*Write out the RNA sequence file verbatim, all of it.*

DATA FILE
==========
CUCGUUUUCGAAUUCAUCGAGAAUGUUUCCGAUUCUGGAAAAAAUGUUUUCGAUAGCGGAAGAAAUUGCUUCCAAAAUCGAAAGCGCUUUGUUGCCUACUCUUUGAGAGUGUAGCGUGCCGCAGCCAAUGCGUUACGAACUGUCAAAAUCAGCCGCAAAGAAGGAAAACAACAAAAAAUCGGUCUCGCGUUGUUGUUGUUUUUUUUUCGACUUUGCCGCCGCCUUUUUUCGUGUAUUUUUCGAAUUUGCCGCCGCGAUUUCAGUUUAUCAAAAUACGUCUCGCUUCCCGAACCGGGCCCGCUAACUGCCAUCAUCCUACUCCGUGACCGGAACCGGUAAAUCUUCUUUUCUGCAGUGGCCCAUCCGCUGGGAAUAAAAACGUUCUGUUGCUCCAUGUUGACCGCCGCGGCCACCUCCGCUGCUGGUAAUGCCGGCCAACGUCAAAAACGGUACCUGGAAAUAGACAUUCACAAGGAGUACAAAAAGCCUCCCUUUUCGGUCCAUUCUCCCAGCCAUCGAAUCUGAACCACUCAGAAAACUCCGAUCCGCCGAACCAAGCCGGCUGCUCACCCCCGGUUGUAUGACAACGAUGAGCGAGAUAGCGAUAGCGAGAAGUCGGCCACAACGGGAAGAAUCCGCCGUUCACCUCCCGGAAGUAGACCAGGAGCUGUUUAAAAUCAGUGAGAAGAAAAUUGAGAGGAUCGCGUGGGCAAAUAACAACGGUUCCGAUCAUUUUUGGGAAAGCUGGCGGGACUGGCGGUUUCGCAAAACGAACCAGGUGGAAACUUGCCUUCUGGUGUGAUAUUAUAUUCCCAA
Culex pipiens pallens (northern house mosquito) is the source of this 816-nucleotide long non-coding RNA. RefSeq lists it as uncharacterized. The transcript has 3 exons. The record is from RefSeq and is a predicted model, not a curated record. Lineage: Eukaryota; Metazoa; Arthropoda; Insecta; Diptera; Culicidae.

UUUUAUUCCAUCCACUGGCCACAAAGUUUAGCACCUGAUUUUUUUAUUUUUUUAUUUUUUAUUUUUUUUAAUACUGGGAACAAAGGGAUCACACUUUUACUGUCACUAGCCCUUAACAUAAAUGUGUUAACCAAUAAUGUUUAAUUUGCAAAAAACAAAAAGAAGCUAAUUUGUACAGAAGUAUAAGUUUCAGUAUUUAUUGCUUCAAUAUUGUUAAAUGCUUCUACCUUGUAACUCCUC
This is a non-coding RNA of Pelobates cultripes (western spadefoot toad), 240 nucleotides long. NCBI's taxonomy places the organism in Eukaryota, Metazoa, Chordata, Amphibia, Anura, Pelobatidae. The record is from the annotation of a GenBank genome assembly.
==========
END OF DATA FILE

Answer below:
CUCGUUUUCGAAUUCAUCGAGAAUGUUUCCGAUUCUGGAAAAAAUGUUUUCGAUAGCGGAAGAAAUUGCUUCCAAAAUCGAAAGCGCUUUGUUGCCUACUCUUUGAGAGUGUAGCGUGCCGCAGCCAAUGCGUUACGAACUGUCAAAAUCAGCCGCAAAGAAGGAAAACAACAAAAAAUCGGUCUCGCGUUGUUGUUGUUUUUUUUUCGACUUUGCCGCCGCCUUUUUUCGUGUAUUUUUCGAAUUUGCCGCCGCGAUUUCAGUUUAUCAAAAUACGUCUCGCUUCCCGAACCGGGCCCGCUAACUGCCAUCAUCCUACUCCGUGACCGGAACCGGUAAAUCUUCUUUUCUGCAGUGGCCCAUCCGCUGGGAAUAAAAACGUUCUGUUGCUCCAUGUUGACCGCCGCGGCCACCUCCGCUGCUGGUAAUGCCGGCCAACGUCAAAAACGGUACCUGGAAAUAGACAUUCACAAGGAGUACAAAAAGCCUCCCUUUUCGGUCCAUUCUCCCAGCCAUCGAAUCUGAACCACUCAGAAAACUCCGAUCCGCCGAACCAAGCCGGCUGCUCACCCCCGGUUGUAUGACAACGAUGAGCGAGAUAGCGAUAGCGAGAAGUCGGCCACAACGGGAAGAAUCCGCCGUUCACCUCCCGGAAGUAGACCAGGAGCUGUUUAAAAUCAGUGAGAAGAAAAUUGAGAGGAUCGCGUGGGCAAAUAACAACGGUUCCGAUCAUUUUUGGGAAAGCUGGCGGGACUGGCGGUUUCGCAAAACGAACCAGGUGGAAACUUGCCUUCUGGUGUGAUAUUAUAUUCCCAA
Culex pipiens pallens (northern house mosquito) is the source of this 816-nucleotide long non-coding RNA. RefSeq lists it as uncharacterized. The transcript has 3 exons. The record is from RefSeq and is a predicted model, not a curated record. Lineage: Eukaryota; Metazoa; Arthropoda; Insecta; Diptera; Culicidae.

UUUUAUUCCAUCCACUGGCCACAAAGUUUAGCACCUGAUUUUUUUAUUUUUUUAUUUUUUAUUUUUUUUAAUACUGGGAACAAAGGGAUCACACUUUUACUGUCACUAGCCCUUAACAUAAAUGUGUUAACCAAUAAUGUUUAAUUUGCAAAAAACAAAAAGAAGCUAAUUUGUACAGAAGUAUAAGUUUCAGUAUUUAUUGCUUCAAUAUUGUUAAAUGCUUCUACCUUGUAACUCCUC
This is a non-coding RNA of Pelobates cultripes (western spadefoot toad), 240 nucleotides long. NCBI's taxonomy places the organism in Eukaryota, Metazoa, Chordata, Amphibia, Anura, Pelobatidae. The record is from the annotation of a GenBank genome assembly.